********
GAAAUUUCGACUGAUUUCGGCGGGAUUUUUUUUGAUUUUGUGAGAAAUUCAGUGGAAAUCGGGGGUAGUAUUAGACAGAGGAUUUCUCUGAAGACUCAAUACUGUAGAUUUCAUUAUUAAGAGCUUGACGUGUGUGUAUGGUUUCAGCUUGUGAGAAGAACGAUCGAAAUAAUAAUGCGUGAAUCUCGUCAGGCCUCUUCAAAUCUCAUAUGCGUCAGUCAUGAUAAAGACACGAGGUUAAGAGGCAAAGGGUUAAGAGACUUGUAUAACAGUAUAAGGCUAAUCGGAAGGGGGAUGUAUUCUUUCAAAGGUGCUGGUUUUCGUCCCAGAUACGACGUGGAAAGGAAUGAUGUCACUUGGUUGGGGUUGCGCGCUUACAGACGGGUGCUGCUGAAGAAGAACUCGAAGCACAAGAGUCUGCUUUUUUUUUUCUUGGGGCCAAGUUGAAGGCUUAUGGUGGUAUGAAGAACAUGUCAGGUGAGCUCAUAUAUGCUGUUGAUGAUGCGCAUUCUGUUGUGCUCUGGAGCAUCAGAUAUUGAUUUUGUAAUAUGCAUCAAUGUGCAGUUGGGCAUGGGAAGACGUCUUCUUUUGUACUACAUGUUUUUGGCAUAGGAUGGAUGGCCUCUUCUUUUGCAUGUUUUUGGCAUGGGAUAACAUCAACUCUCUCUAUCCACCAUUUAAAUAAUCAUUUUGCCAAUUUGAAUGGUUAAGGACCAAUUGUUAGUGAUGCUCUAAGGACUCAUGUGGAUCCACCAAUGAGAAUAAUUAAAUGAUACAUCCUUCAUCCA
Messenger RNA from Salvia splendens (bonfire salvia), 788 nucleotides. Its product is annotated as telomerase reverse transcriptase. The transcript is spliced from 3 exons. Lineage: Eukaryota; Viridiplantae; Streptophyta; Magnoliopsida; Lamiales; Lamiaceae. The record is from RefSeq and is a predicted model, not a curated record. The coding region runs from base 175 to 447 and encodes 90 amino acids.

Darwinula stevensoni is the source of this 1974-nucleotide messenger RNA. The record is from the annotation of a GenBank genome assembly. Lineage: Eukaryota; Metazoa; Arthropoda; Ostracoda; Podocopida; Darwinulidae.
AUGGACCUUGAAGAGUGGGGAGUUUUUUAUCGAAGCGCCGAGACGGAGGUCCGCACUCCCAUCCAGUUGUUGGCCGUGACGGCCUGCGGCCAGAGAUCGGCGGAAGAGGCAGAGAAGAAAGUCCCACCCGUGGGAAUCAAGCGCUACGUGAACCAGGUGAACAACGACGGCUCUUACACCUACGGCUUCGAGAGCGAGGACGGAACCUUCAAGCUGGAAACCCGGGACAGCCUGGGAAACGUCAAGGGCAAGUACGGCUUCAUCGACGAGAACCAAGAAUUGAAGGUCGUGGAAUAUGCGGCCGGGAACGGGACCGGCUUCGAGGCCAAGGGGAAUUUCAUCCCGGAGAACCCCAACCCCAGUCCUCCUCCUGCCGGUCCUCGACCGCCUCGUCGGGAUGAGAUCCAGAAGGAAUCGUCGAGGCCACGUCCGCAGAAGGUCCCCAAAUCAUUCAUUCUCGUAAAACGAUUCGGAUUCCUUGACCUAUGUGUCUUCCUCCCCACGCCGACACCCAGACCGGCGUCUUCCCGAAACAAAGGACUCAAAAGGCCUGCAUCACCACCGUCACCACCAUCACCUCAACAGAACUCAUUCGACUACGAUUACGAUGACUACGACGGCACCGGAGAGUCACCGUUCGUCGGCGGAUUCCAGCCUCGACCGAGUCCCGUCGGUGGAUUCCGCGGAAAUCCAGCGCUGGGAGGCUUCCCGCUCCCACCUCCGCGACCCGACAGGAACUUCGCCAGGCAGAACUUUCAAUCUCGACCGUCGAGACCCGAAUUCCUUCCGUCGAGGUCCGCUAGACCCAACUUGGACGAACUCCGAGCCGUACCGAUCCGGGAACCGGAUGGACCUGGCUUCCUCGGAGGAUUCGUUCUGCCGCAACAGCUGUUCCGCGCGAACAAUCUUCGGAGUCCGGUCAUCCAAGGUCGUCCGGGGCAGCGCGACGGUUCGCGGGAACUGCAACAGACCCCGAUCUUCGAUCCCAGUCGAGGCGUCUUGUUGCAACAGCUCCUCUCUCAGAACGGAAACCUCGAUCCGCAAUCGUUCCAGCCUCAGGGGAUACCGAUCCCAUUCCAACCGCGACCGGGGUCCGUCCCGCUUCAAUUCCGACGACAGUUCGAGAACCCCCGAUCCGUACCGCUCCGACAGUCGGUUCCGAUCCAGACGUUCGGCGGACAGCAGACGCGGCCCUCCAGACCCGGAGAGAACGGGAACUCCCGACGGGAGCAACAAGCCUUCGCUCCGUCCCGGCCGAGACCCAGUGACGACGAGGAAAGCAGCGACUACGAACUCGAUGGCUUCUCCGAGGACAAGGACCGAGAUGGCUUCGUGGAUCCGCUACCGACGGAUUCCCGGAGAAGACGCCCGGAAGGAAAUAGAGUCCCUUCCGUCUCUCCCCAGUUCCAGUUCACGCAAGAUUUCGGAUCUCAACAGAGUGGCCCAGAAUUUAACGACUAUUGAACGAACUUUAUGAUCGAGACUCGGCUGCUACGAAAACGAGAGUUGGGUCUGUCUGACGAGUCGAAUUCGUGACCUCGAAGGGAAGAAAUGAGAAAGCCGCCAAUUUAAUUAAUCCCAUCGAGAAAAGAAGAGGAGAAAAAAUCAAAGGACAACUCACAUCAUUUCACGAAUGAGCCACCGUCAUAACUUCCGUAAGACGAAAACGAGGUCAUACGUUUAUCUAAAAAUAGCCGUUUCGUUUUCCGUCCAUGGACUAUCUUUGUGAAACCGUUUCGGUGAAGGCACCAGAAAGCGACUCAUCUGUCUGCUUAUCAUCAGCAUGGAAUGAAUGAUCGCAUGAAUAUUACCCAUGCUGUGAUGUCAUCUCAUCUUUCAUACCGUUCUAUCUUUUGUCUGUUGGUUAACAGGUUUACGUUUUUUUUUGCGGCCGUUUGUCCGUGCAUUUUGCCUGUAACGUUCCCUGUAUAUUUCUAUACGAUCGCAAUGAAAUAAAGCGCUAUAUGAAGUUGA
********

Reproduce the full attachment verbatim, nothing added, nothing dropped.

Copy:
GAAAUUUCGACUGAUUUCGGCGGGAUUUUUUUUGAUUUUGUGAGAAAUUCAGUGGAAAUCGGGGGUAGUAUUAGACAGAGGAUUUCUCUGAAGACUCAAUACUGUAGAUUUCAUUAUUAAGAGCUUGACGUGUGUGUAUGGUUUCAGCUUGUGAGAAGAACGAUCGAAAUAAUAAUGCGUGAAUCUCGUCAGGCCUCUUCAAAUCUCAUAUGCGUCAGUCAUGAUAAAGACACGAGGUUAAGAGGCAAAGGGUUAAGAGACUUGUAUAACAGUAUAAGGCUAAUCGGAAGGGGGAUGUAUUCUUUCAAAGGUGCUGGUUUUCGUCCCAGAUACGACGUGGAAAGGAAUGAUGUCACUUGGUUGGGGUUGCGCGCUUACAGACGGGUGCUGCUGAAGAAGAACUCGAAGCACAAGAGUCUGCUUUUUUUUUUCUUGGGGCCAAGUUGAAGGCUUAUGGUGGUAUGAAGAACAUGUCAGGUGAGCUCAUAUAUGCUGUUGAUGAUGCGCAUUCUGUUGUGCUCUGGAGCAUCAGAUAUUGAUUUUGUAAUAUGCAUCAAUGUGCAGUUGGGCAUGGGAAGACGUCUUCUUUUGUACUACAUGUUUUUGGCAUAGGAUGGAUGGCCUCUUCUUUUGCAUGUUUUUGGCAUGGGAUAACAUCAACUCUCUCUAUCCACCAUUUAAAUAAUCAUUUUGCCAAUUUGAAUGGUUAAGGACCAAUUGUUAGUGAUGCUCUAAGGACUCAUGUGGAUCCACCAAUGAGAAUAAUUAAAUGAUACAUCCUUCAUCCA
Messenger RNA from Salvia splendens (bonfire salvia), 788 nucleotides. Its product is annotated as telomerase reverse transcriptase. The transcript is spliced from 3 exons. Lineage: Eukaryota; Viridiplantae; Streptophyta; Magnoliopsida; Lamiales; Lamiaceae. The record is from RefSeq and is a predicted model, not a curated record. The coding region runs from base 175 to 447 and encodes 90 amino acids.

Darwinula stevensoni is the source of this 1974-nucleotide messenger RNA. The record is from the annotation of a GenBank genome assembly. Lineage: Eukaryota; Metazoa; Arthropoda; Ostracoda; Podocopida; Darwinulidae.
AUGGACCUUGAAGAGUGGGGAGUUUUUUAUCGAAGCGCCGAGACGGAGGUCCGCACUCCCAUCCAGUUGUUGGCCGUGACGGCCUGCGGCCAGAGAUCGGCGGAAGAGGCAGAGAAGAAAGUCCCACCCGUGGGAAUCAAGCGCUACGUGAACCAGGUGAACAACGACGGCUCUUACACCUACGGCUUCGAGAGCGAGGACGGAACCUUCAAGCUGGAAACCCGGGACAGCCUGGGAAACGUCAAGGGCAAGUACGGCUUCAUCGACGAGAACCAAGAAUUGAAGGUCGUGGAAUAUGCGGCCGGGAACGGGACCGGCUUCGAGGCCAAGGGGAAUUUCAUCCCGGAGAACCCCAACCCCAGUCCUCCUCCUGCCGGUCCUCGACCGCCUCGUCGGGAUGAGAUCCAGAAGGAAUCGUCGAGGCCACGUCCGCAGAAGGUCCCCAAAUCAUUCAUUCUCGUAAAACGAUUCGGAUUCCUUGACCUAUGUGUCUUCCUCCCCACGCCGACACCCAGACCGGCGUCUUCCCGAAACAAAGGACUCAAAAGGCCUGCAUCACCACCGUCACCACCAUCACCUCAACAGAACUCAUUCGACUACGAUUACGAUGACUACGACGGCACCGGAGAGUCACCGUUCGUCGGCGGAUUCCAGCCUCGACCGAGUCCCGUCGGUGGAUUCCGCGGAAAUCCAGCGCUGGGAGGCUUCCCGCUCCCACCUCCGCGACCCGACAGGAACUUCGCCAGGCAGAACUUUCAAUCUCGACCGUCGAGACCCGAAUUCCUUCCGUCGAGGUCCGCUAGACCCAACUUGGACGAACUCCGAGCCGUACCGAUCCGGGAACCGGAUGGACCUGGCUUCCUCGGAGGAUUCGUUCUGCCGCAACAGCUGUUCCGCGCGAACAAUCUUCGGAGUCCGGUCAUCCAAGGUCGUCCGGGGCAGCGCGACGGUUCGCGGGAACUGCAACAGACCCCGAUCUUCGAUCCCAGUCGAGGCGUCUUGUUGCAACAGCUCCUCUCUCAGAACGGAAACCUCGAUCCGCAAUCGUUCCAGCCUCAGGGGAUACCGAUCCCAUUCCAACCGCGACCGGGGUCCGUCCCGCUUCAAUUCCGACGACAGUUCGAGAACCCCCGAUCCGUACCGCUCCGACAGUCGGUUCCGAUCCAGACGUUCGGCGGACAGCAGACGCGGCCCUCCAGACCCGGAGAGAACGGGAACUCCCGACGGGAGCAACAAGCCUUCGCUCCGUCCCGGCCGAGACCCAGUGACGACGAGGAAAGCAGCGACUACGAACUCGAUGGCUUCUCCGAGGACAAGGACCGAGAUGGCUUCGUGGAUCCGCUACCGACGGAUUCCCGGAGAAGACGCCCGGAAGGAAAUAGAGUCCCUUCCGUCUCUCCCCAGUUCCAGUUCACGCAAGAUUUCGGAUCUCAACAGAGUGGCCCAGAAUUUAACGACUAUUGAACGAACUUUAUGAUCGAGACUCGGCUGCUACGAAAACGAGAGUUGGGUCUGUCUGACGAGUCGAAUUCGUGACCUCGAAGGGAAGAAAUGAGAAAGCCGCCAAUUUAAUUAAUCCCAUCGAGAAAAGAAGAGGAGAAAAAAUCAAAGGACAACUCACAUCAUUUCACGAAUGAGCCACCGUCAUAACUUCCGUAAGACGAAAACGAGGUCAUACGUUUAUCUAAAAAUAGCCGUUUCGUUUUCCGUCCAUGGACUAUCUUUGUGAAACCGUUUCGGUGAAGGCACCAGAAAGCGACUCAUCUGUCUGCUUAUCAUCAGCAUGGAAUGAAUGAUCGCAUGAAUAUUACCCAUGCUGUGAUGUCAUCUCAUCUUUCAUACCGUUCUAUCUUUUGUCUGUUGGUUAACAGGUUUACGUUUUUUUUUGCGGCCGUUUGUCCGUGCAUUUUGCCUGUAACGUUCCCUGUAUAUUUCUAUACGAUCGCAAUGAAAUAAAGCGCUAUAUGAAGUUGA